It’s a SQL Server best practice to have Auto Create Statistics enabled on your databases. When this is on, SQL Server will create statistics on single columns when it needs them. However if someone comes along later and adds an index, that auto-created statistic might not be needed any longer.
The Potential Problem
When an index is created, SQL creates a statistic on the columns in that index. If the first column in that index was a column that SQL had previously auto-created a statistic on, you’ve now got duplicate statistics on that column. Is this bad? Maybe.
A duplicate statistic can impact storage space and performance. Statistics are relatively small objects in a database – they contain a maximum of 200 rows in the histogram and a very small amount of data in the density vector and header. Therefore, the impact on storage space is very minimal, but definitely not non-existent.
The biggest impact of duplicate statistics would be manifested as decreased performance. We all know too many indexes can slow down table inserts, deletes, and updates because SQL has to update all those indexes each time data is modified. The same situation exists with statistics. The more there are, the more SQL has to modify as data in the table changes. It’s not quite as bad as indexes because the number of data modifications has to reach a certain threshold before statistics are updated, whereas for indexes every single data modification of a column used by an index requires an index update. Nevertheless, the potential exists for SQL to have to do more work than it needs to when you’ve got duplicated statistics.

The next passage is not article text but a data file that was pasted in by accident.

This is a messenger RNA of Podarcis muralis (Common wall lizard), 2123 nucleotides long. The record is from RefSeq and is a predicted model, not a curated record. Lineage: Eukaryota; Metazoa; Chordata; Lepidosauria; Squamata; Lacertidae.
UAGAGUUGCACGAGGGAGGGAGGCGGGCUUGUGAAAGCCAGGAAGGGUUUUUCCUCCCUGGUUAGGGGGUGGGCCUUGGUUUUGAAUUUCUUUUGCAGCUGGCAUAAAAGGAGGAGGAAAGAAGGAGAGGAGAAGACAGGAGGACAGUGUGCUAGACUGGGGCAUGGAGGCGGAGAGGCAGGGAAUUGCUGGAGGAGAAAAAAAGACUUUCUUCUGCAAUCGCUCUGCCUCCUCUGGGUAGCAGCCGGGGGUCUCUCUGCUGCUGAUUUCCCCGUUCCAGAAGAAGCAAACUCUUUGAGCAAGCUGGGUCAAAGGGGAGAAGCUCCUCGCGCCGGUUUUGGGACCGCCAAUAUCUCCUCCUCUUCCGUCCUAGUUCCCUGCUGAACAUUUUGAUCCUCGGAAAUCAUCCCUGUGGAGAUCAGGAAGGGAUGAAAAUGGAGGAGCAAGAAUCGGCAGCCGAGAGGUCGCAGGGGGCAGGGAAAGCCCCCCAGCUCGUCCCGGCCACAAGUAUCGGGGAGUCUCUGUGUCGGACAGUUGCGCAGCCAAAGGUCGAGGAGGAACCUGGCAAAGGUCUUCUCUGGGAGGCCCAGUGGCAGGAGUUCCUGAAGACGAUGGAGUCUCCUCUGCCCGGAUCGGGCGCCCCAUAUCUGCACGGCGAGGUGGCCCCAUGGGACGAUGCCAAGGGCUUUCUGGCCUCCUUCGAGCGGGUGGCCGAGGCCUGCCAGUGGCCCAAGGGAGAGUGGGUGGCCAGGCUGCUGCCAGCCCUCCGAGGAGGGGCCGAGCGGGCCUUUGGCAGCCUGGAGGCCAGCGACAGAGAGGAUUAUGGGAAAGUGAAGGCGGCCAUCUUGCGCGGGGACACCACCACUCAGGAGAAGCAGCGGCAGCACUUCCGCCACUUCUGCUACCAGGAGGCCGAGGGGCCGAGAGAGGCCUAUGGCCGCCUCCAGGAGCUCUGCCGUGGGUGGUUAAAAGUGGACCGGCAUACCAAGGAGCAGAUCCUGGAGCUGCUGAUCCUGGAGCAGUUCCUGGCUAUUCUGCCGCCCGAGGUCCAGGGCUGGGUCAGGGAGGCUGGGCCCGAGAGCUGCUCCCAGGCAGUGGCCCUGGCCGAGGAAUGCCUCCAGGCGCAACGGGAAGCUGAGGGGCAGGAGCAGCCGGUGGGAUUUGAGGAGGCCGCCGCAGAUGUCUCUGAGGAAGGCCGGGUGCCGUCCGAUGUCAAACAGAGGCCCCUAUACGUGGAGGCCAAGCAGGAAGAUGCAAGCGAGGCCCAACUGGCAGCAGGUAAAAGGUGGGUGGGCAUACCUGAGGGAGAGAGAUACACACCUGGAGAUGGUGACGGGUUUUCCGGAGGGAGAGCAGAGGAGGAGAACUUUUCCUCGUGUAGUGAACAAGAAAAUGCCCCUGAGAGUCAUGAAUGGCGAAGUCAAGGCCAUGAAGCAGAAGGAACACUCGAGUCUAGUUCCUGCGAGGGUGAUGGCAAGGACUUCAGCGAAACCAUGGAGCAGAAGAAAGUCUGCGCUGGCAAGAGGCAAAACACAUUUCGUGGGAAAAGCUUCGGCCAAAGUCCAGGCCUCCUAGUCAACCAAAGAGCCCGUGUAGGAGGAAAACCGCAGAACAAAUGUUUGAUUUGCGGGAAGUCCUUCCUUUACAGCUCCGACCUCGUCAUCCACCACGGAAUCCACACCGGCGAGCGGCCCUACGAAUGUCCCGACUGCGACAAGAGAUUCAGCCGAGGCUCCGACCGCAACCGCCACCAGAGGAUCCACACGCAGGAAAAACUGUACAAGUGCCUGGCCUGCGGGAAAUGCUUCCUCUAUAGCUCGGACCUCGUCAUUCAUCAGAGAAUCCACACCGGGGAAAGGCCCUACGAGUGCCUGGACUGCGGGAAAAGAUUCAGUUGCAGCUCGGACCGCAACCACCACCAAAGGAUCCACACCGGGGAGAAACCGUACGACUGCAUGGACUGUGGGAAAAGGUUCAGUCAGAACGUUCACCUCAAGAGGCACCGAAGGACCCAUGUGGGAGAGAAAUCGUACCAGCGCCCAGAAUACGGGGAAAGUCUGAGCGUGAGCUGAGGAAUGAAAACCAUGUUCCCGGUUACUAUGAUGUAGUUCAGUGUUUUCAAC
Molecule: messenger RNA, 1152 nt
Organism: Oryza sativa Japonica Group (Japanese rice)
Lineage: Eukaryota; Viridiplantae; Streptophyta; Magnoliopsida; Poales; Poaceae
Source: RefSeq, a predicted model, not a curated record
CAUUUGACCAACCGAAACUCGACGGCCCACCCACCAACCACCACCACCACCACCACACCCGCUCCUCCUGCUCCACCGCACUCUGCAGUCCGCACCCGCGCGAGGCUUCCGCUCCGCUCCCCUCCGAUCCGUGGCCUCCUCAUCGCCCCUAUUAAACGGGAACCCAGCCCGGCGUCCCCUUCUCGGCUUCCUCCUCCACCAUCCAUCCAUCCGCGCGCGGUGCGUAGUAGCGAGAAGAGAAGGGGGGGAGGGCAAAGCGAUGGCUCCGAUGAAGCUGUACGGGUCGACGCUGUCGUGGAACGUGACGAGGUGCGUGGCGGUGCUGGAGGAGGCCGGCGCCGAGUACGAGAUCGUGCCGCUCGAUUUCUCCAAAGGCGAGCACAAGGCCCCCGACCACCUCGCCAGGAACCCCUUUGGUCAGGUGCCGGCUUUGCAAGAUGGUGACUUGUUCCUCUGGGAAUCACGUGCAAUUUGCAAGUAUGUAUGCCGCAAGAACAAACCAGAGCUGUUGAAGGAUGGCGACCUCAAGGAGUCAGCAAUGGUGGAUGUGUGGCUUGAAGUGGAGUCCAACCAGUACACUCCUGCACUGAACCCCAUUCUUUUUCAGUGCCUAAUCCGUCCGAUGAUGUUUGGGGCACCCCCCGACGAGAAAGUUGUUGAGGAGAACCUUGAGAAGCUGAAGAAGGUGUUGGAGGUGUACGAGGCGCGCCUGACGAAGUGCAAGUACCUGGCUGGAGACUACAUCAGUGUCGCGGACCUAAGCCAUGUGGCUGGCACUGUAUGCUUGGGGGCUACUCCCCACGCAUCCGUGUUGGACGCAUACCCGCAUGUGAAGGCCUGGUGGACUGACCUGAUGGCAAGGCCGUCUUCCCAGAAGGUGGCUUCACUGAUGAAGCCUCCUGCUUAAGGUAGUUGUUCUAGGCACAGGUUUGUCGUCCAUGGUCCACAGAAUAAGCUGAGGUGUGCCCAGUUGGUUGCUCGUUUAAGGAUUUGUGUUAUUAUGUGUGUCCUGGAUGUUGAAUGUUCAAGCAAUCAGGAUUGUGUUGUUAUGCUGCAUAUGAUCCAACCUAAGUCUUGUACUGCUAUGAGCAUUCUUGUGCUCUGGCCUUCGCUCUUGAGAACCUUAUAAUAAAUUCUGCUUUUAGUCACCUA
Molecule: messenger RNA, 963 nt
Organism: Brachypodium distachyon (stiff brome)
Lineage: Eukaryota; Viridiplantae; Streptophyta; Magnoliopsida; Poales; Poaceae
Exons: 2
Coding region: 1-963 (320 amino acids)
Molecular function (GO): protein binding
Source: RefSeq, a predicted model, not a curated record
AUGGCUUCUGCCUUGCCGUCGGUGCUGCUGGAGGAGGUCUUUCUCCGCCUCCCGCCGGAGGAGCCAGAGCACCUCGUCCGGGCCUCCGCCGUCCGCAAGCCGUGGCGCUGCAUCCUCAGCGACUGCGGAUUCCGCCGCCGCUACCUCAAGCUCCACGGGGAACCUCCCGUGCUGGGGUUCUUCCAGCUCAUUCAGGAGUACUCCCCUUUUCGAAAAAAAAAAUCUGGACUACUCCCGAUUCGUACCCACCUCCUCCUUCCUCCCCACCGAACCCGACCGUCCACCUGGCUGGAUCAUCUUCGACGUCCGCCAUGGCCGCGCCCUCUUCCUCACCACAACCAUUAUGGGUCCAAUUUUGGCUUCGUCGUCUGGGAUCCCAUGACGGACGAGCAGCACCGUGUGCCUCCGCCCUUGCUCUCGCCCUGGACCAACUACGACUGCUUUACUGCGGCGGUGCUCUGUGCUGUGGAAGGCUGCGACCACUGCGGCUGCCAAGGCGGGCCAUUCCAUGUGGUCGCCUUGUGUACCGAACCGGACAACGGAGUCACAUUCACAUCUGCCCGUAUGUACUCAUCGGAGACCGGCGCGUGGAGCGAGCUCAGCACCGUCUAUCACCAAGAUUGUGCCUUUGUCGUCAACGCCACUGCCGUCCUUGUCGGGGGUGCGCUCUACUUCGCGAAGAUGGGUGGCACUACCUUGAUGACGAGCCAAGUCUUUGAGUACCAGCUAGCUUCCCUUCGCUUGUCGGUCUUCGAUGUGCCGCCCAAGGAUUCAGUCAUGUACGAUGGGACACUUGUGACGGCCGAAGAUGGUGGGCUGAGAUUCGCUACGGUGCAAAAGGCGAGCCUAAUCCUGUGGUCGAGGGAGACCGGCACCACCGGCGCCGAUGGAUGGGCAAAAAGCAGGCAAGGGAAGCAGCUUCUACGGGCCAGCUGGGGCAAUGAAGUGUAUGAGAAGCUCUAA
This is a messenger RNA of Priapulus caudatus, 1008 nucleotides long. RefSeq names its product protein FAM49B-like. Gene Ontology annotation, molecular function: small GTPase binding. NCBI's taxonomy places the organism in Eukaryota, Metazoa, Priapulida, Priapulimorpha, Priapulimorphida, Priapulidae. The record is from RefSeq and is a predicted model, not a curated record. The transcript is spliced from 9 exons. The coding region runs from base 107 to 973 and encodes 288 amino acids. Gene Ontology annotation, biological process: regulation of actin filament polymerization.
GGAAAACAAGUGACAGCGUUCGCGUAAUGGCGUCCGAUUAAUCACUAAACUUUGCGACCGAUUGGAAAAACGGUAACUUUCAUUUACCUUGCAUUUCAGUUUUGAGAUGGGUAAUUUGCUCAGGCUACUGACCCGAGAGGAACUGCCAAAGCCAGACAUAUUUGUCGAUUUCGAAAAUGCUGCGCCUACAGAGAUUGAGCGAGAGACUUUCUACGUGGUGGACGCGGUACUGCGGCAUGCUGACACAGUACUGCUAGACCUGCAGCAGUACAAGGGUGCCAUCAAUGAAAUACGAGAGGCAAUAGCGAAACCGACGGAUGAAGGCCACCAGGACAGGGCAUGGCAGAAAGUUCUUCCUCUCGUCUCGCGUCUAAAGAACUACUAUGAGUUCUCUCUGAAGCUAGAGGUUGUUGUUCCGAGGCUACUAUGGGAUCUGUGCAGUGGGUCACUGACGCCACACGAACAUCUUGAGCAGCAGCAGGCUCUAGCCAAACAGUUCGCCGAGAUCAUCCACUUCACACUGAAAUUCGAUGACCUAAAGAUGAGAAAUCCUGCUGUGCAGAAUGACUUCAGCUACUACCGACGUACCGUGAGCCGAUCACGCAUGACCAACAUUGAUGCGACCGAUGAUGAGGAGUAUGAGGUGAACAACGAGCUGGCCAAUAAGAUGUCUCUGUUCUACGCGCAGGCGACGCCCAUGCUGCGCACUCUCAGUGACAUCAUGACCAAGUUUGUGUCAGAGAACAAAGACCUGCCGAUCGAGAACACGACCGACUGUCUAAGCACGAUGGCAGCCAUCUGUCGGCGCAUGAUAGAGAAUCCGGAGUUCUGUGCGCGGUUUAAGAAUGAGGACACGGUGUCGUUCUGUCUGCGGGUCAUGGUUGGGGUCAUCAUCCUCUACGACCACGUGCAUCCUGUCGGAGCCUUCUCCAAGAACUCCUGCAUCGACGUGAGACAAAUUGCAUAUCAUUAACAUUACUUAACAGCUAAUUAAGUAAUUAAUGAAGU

But that’s not the only way performance can be affected. As Erin Stellato points out in the comments to her blog post, it’s possible that SQL Server will pick a column statistic over an index statistic or vice-versa when generating a query plan. If one of these stats is out of date and that is the one SQL picks, a less-than-optimal query plan might be generated.
So it may be worth checking your databases for duplicate statistics, especially if you have a highly active database that you have recently added indexes to.
Being the good DBA that I am, I decided to do this check on my SQL Servers. I found a handy script at https://mattsql.wordpress.com/2013/08/28/duplicate-statistics/. The code looked ok, so I ran it against one of my smaller databases and removed the statistics it said were duplicates. I re-ran the query and, sure enough, it returned no rows, meaning it found no more duplicates. Then I saw something shiny and got distracted.
When my focus returned to SQL, I ran the query again – accidentally against the same database I ran it against earlier. Strangely, this time it reported it found some duplicate statistics. Hmm.
That shouldn’t have happened. If SQL auto-created statistics again, it meant that it needed them – which meant that the stats on the indexes I thought were duplicated were not actually duplicates.
I puzzled on this for a bit and got sidetracked by the strange way SSMS displays statistics columns on the Property page. Then it got to be the end of the day and I went home. The next day, I had a comment on my previous post from Aaron Bertrand who mentioned there is a related bug with the stats_column_id column of the sys.stats_columns view. It does not contain what the MSDN documentation says it contains. The Connect item for this, along with a workaround, can be found here.
The script I was using did not reference that column, but it did get me thinking that perhaps the script was not correctly identifying the first column in an index.
What The Script Does
In looking at the script, I could see it looks for any statistics created for indexes. Through a join to the sys.stats table, the script selects any auto-created statistics on the same column that is the first column in an index. The key line is in the WHERE clause of the CTE:
and ic.index_column_id = 1
You would think that would select the first column in the index. That’s even what you might expect from reading the MSDN page for the view. Except that’s not always the case. If you want to find the first column in the index, you have to select the record where key_ordinal = 1, not index_column_id =1.
A Short Example To Illustrate This